The Bank of Spain reported that the percentage of bad loans in financial institutions declined marginally to 13.63% (E192.8bn) in March from 13.67% (E195.2bn) in February. Whilst very slightly better, the numbers remain extremely high and suggests that Spanish financial institutions will have to raise new capital, in particular as the ECB conducts its asset quality review and stress tests.
Spain’s credit rating was upgraded by 1 notch to BBB by S&P with a stable outlook and follows similar upgrades by Fitch and Moody’s. Spanish bond yields declined.
The IFO business confidence index declined to 110.4 in May (110.9 expected), from 111.2 in April and to the lowest level this year. Both the current conditions and expectations components came in below forecasts. The Bundesbank has stated that Q2 GDP will be much lower than Q1’s +0.8% Q/Q – the IFO institute believes it will come in at +0.3%.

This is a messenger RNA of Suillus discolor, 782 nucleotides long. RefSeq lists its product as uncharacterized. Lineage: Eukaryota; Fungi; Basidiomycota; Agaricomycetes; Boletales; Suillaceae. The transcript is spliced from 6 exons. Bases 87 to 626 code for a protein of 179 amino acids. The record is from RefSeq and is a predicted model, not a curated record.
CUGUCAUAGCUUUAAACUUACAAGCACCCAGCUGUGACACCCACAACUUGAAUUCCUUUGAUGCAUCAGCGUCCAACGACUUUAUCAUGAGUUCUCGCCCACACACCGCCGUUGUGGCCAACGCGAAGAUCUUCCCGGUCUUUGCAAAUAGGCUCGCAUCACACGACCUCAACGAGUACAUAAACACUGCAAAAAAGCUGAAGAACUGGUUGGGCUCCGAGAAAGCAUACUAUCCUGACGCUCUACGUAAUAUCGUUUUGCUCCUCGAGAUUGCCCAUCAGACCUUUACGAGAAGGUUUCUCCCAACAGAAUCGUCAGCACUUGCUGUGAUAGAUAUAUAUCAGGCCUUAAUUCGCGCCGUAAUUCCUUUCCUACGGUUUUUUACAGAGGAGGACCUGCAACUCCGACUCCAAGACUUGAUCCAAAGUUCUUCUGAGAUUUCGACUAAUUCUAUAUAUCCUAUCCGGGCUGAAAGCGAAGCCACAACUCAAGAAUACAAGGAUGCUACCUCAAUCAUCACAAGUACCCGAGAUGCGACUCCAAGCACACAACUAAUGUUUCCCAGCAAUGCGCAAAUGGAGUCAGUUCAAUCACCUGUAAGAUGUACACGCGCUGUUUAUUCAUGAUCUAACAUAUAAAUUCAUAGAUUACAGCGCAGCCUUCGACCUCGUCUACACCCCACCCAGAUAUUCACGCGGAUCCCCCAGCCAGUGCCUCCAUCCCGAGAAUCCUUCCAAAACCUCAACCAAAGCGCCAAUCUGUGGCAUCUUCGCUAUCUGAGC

EZ May composite PMI came in at 53.9, slightly below the 54.0 in April, though in line with estimates. The services component came in at 53.5, better than the 53.0 expected and the 53.1 in April and the highest in nearly 3 years. However, the manufacturing component fell to 52.5, lower than the 53.2 expected and 53.4 in April. Much better than expected German services PMI (56.4, as opposed to 54.5 expected and 54.7 in April) was the major reason for the better overall data. However, German manufacturing PMI came in at 52.9, lower than the 54.0 expected and the reading of 54.1 in April. Once again France disappointed in both services and manufacturing. Services PMI came in at 49.2, lower than the forecast of 50.4, whilst manufacturing came in at 49.3, as opposed to 51.0 expected. Both the services and the manufacturing components were lower than in April and in contraction territory.
UK inflation rose by +1.8% Y/Y in April (+0.4% M/M), up from +1.6% in March and above the forecast for a rise to +1.7%. The main reason was due to much higher transportation costs, which rose materially over the Easter holidays. However, the BoE, states that inflation is benign and that the strength of Sterling will keep inflation under control.
Factory input prices declined by -1.1% in April, the largest decline in almost 1 year and much more than the decline of -0.2% expected. Y/Y input prices declined by -5.5%, the 6th consecutive annual decline. Output prices were unchanged M/M, below the rise of +0.2% expected and up +0.6% Y/Y.